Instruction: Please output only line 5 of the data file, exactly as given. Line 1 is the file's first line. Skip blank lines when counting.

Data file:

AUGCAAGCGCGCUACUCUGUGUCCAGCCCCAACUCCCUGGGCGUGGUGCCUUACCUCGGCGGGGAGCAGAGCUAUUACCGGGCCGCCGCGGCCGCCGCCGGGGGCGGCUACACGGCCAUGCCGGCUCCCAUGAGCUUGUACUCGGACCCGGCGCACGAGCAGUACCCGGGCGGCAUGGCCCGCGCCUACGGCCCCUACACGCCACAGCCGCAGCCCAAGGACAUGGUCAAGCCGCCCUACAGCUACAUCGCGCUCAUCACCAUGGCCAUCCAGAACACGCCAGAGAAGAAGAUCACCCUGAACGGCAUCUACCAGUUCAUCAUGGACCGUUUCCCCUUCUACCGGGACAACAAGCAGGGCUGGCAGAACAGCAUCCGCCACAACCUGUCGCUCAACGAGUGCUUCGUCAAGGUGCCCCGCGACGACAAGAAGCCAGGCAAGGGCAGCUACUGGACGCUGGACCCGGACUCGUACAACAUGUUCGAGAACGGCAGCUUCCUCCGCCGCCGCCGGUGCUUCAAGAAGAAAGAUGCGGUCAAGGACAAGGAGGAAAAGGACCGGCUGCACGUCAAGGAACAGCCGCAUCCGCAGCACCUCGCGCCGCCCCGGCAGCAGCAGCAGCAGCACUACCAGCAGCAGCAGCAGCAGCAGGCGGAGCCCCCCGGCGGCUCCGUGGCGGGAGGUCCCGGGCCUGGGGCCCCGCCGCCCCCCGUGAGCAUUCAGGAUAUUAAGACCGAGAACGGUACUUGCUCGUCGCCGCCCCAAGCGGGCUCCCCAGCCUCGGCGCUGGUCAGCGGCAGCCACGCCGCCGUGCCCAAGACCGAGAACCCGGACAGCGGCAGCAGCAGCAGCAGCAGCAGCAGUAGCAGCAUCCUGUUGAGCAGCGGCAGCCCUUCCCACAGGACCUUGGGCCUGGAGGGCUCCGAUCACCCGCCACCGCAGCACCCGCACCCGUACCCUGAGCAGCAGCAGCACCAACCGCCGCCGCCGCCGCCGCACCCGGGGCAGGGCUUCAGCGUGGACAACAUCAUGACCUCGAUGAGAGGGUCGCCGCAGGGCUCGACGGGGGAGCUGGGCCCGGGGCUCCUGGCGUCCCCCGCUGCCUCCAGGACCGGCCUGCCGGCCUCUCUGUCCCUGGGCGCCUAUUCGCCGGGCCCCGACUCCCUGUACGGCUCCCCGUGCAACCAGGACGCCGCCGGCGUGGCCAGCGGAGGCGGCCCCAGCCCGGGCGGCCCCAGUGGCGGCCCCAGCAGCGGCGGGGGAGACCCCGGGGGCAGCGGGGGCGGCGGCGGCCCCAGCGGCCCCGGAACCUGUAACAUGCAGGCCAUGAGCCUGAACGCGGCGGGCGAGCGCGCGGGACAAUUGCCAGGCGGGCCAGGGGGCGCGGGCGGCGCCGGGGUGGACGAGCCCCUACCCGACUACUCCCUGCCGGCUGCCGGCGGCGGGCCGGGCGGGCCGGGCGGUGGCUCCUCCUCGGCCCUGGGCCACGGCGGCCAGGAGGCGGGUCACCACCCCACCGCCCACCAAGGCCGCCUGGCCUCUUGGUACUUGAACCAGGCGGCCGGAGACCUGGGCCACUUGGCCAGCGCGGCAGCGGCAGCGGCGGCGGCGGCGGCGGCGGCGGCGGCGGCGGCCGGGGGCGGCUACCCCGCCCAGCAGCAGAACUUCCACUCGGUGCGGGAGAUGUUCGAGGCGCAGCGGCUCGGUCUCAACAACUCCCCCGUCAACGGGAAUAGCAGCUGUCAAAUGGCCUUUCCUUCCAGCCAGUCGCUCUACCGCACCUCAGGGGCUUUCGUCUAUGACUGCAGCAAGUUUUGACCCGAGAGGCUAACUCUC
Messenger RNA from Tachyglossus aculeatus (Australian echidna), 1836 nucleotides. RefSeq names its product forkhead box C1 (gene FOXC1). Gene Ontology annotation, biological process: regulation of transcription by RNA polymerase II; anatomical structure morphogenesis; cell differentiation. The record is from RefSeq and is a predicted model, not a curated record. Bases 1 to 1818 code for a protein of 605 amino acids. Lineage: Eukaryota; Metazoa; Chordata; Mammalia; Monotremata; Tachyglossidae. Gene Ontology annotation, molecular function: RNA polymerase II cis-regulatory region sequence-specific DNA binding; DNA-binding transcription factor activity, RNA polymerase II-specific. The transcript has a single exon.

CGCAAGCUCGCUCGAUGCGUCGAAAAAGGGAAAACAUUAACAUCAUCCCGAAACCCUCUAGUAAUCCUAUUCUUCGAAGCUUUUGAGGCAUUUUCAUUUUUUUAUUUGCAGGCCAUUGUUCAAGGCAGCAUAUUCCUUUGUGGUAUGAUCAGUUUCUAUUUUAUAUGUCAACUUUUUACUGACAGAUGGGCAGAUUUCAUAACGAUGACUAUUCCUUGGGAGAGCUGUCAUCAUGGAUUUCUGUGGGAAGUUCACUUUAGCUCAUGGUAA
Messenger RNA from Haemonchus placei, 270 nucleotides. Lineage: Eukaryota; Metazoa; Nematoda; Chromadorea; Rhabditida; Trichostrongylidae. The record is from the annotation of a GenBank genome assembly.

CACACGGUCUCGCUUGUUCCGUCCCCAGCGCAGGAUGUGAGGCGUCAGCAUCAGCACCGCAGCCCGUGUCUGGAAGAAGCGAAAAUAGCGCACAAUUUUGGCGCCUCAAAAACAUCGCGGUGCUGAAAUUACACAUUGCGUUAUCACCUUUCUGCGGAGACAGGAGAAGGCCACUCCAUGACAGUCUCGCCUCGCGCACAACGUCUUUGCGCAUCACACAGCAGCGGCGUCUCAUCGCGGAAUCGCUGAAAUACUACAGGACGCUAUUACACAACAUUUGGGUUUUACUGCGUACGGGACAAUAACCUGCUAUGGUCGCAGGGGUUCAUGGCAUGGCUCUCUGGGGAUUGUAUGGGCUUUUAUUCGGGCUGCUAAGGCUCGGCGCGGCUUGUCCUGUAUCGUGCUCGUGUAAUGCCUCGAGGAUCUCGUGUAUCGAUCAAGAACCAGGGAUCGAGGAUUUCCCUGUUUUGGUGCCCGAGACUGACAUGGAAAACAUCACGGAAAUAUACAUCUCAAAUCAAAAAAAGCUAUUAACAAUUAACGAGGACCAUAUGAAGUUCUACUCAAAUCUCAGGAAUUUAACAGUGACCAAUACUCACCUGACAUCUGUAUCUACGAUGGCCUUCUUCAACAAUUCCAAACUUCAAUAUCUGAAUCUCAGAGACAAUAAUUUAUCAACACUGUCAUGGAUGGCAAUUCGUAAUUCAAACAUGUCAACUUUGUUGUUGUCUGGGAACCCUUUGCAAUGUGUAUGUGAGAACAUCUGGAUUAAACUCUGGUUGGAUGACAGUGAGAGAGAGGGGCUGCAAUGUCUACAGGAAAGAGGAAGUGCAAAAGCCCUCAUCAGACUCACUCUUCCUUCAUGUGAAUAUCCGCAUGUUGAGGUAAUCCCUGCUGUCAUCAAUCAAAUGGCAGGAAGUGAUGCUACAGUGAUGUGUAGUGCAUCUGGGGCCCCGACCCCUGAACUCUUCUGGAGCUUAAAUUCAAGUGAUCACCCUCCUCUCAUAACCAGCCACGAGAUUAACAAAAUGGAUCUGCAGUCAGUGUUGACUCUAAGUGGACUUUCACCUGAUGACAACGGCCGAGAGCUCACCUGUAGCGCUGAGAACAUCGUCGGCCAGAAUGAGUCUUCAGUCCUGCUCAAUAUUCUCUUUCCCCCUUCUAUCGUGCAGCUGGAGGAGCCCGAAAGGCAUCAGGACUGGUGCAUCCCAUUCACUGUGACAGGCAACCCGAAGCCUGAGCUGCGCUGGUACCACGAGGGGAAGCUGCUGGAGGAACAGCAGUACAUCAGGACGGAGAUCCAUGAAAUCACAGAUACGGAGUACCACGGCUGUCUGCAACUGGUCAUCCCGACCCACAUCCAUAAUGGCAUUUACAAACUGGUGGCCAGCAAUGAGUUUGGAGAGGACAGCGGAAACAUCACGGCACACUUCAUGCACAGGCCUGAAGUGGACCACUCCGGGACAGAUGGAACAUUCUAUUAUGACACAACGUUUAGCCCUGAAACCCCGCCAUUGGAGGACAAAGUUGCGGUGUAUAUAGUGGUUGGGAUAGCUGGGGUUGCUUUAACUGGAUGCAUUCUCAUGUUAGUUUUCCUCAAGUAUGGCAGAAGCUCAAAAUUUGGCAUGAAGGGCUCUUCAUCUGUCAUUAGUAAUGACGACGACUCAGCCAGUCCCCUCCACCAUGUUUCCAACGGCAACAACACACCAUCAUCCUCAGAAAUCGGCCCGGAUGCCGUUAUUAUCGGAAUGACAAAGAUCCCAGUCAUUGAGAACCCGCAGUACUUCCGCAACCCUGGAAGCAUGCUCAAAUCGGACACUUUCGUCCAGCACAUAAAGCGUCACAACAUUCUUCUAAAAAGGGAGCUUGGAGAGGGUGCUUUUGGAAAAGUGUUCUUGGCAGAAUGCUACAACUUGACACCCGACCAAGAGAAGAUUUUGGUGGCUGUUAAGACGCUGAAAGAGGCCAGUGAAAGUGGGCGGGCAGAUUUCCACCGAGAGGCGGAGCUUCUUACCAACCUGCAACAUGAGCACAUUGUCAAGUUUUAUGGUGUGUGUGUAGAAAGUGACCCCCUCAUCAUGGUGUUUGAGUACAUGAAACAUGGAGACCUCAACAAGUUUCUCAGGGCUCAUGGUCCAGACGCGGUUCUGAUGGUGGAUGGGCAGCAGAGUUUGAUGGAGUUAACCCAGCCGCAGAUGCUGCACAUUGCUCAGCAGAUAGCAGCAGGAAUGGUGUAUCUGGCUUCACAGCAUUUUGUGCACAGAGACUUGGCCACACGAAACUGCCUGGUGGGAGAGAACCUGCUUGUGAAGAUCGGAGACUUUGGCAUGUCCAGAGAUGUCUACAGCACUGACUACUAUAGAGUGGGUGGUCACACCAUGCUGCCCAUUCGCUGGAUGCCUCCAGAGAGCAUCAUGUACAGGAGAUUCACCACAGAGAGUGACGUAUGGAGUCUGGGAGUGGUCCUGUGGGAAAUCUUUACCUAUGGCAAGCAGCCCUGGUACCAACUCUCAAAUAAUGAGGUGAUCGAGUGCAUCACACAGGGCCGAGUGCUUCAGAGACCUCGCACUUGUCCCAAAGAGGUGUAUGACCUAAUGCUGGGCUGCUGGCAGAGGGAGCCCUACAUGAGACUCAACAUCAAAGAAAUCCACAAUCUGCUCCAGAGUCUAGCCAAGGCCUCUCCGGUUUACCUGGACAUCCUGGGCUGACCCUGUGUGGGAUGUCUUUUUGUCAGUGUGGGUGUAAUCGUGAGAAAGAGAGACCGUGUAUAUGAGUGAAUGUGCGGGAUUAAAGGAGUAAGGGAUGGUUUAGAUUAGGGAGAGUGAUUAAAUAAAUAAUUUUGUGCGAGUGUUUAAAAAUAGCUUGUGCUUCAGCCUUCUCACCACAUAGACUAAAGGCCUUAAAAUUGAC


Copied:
CACACGGUCUCGCUUGUUCCGUCCCCAGCGCAGGAUGUGAGGCGUCAGCAUCAGCACCGCAGCCCGUGUCUGGAAGAAGCGAAAAUAGCGCACAAUUUUGGCGCCUCAAAAACAUCGCGGUGCUGAAAUUACACAUUGCGUUAUCACCUUUCUGCGGAGACAGGAGAAGGCCACUCCAUGACAGUCUCGCCUCGCGCACAACGUCUUUGCGCAUCACACAGCAGCGGCGUCUCAUCGCGGAAUCGCUGAAAUACUACAGGACGCUAUUACACAACAUUUGGGUUUUACUGCGUACGGGACAAUAACCUGCUAUGGUCGCAGGGGUUCAUGGCAUGGCUCUCUGGGGAUUGUAUGGGCUUUUAUUCGGGCUGCUAAGGCUCGGCGCGGCUUGUCCUGUAUCGUGCUCGUGUAAUGCCUCGAGGAUCUCGUGUAUCGAUCAAGAACCAGGGAUCGAGGAUUUCCCUGUUUUGGUGCCCGAGACUGACAUGGAAAACAUCACGGAAAUAUACAUCUCAAAUCAAAAAAAGCUAUUAACAAUUAACGAGGACCAUAUGAAGUUCUACUCAAAUCUCAGGAAUUUAACAGUGACCAAUACUCACCUGACAUCUGUAUCUACGAUGGCCUUCUUCAACAAUUCCAAACUUCAAUAUCUGAAUCUCAGAGACAAUAAUUUAUCAACACUGUCAUGGAUGGCAAUUCGUAAUUCAAACAUGUCAACUUUGUUGUUGUCUGGGAACCCUUUGCAAUGUGUAUGUGAGAACAUCUGGAUUAAACUCUGGUUGGAUGACAGUGAGAGAGAGGGGCUGCAAUGUCUACAGGAAAGAGGAAGUGCAAAAGCCCUCAUCAGACUCACUCUUCCUUCAUGUGAAUAUCCGCAUGUUGAGGUAAUCCCUGCUGUCAUCAAUCAAAUGGCAGGAAGUGAUGCUACAGUGAUGUGUAGUGCAUCUGGGGCCCCGACCCCUGAACUCUUCUGGAGCUUAAAUUCAAGUGAUCACCCUCCUCUCAUAACCAGCCACGAGAUUAACAAAAUGGAUCUGCAGUCAGUGUUGACUCUAAGUGGACUUUCACCUGAUGACAACGGCCGAGAGCUCACCUGUAGCGCUGAGAACAUCGUCGGCCAGAAUGAGUCUUCAGUCCUGCUCAAUAUUCUCUUUCCCCCUUCUAUCGUGCAGCUGGAGGAGCCCGAAAGGCAUCAGGACUGGUGCAUCCCAUUCACUGUGACAGGCAACCCGAAGCCUGAGCUGCGCUGGUACCACGAGGGGAAGCUGCUGGAGGAACAGCAGUACAUCAGGACGGAGAUCCAUGAAAUCACAGAUACGGAGUACCACGGCUGUCUGCAACUGGUCAUCCCGACCCACAUCCAUAAUGGCAUUUACAAACUGGUGGCCAGCAAUGAGUUUGGAGAGGACAGCGGAAACAUCACGGCACACUUCAUGCACAGGCCUGAAGUGGACCACUCCGGGACAGAUGGAACAUUCUAUUAUGACACAACGUUUAGCCCUGAAACCCCGCCAUUGGAGGACAAAGUUGCGGUGUAUAUAGUGGUUGGGAUAGCUGGGGUUGCUUUAACUGGAUGCAUUCUCAUGUUAGUUUUCCUCAAGUAUGGCAGAAGCUCAAAAUUUGGCAUGAAGGGCUCUUCAUCUGUCAUUAGUAAUGACGACGACUCAGCCAGUCCCCUCCACCAUGUUUCCAACGGCAACAACACACCAUCAUCCUCAGAAAUCGGCCCGGAUGCCGUUAUUAUCGGAAUGACAAAGAUCCCAGUCAUUGAGAACCCGCAGUACUUCCGCAACCCUGGAAGCAUGCUCAAAUCGGACACUUUCGUCCAGCACAUAAAGCGUCACAACAUUCUUCUAAAAAGGGAGCUUGGAGAGGGUGCUUUUGGAAAAGUGUUCUUGGCAGAAUGCUACAACUUGACACCCGACCAAGAGAAGAUUUUGGUGGCUGUUAAGACGCUGAAAGAGGCCAGUGAAAGUGGGCGGGCAGAUUUCCACCGAGAGGCGGAGCUUCUUACCAACCUGCAACAUGAGCACAUUGUCAAGUUUUAUGGUGUGUGUGUAGAAAGUGACCCCCUCAUCAUGGUGUUUGAGUACAUGAAACAUGGAGACCUCAACAAGUUUCUCAGGGCUCAUGGUCCAGACGCGGUUCUGAUGGUGGAUGGGCAGCAGAGUUUGAUGGAGUUAACCCAGCCGCAGAUGCUGCACAUUGCUCAGCAGAUAGCAGCAGGAAUGGUGUAUCUGGCUUCACAGCAUUUUGUGCACAGAGACUUGGCCACACGAAACUGCCUGGUGGGAGAGAACCUGCUUGUGAAGAUCGGAGACUUUGGCAUGUCCAGAGAUGUCUACAGCACUGACUACUAUAGAGUGGGUGGUCACACCAUGCUGCCCAUUCGCUGGAUGCCUCCAGAGAGCAUCAUGUACAGGAGAUUCACCACAGAGAGUGACGUAUGGAGUCUGGGAGUGGUCCUGUGGGAAAUCUUUACCUAUGGCAAGCAGCCCUGGUACCAACUCUCAAAUAAUGAGGUGAUCGAGUGCAUCACACAGGGCCGAGUGCUUCAGAGACCUCGCACUUGUCCCAAAGAGGUGUAUGACCUAAUGCUGGGCUGCUGGCAGAGGGAGCCCUACAUGAGACUCAACAUCAAAGAAAUCCACAAUCUGCUCCAGAGUCUAGCCAAGGCCUCUCCGGUUUACCUGGACAUCCUGGGCUGACCCUGUGUGGGAUGUCUUUUUGUCAGUGUGGGUGUAAUCGUGAGAAAGAGAGACCGUGUAUAUGAGUGAAUGUGCGGGAUUAAAGGAGUAAGGGAUGGUUUAGAUUAGGGAGAGUGAUUAAAUAAAUAAUUUUGUGCGAGUGUUUAAAAAUAGCUUGUGCUUCAGCCUUCUCACCACAUAGACUAAAGGCCUUAAAAUUGAC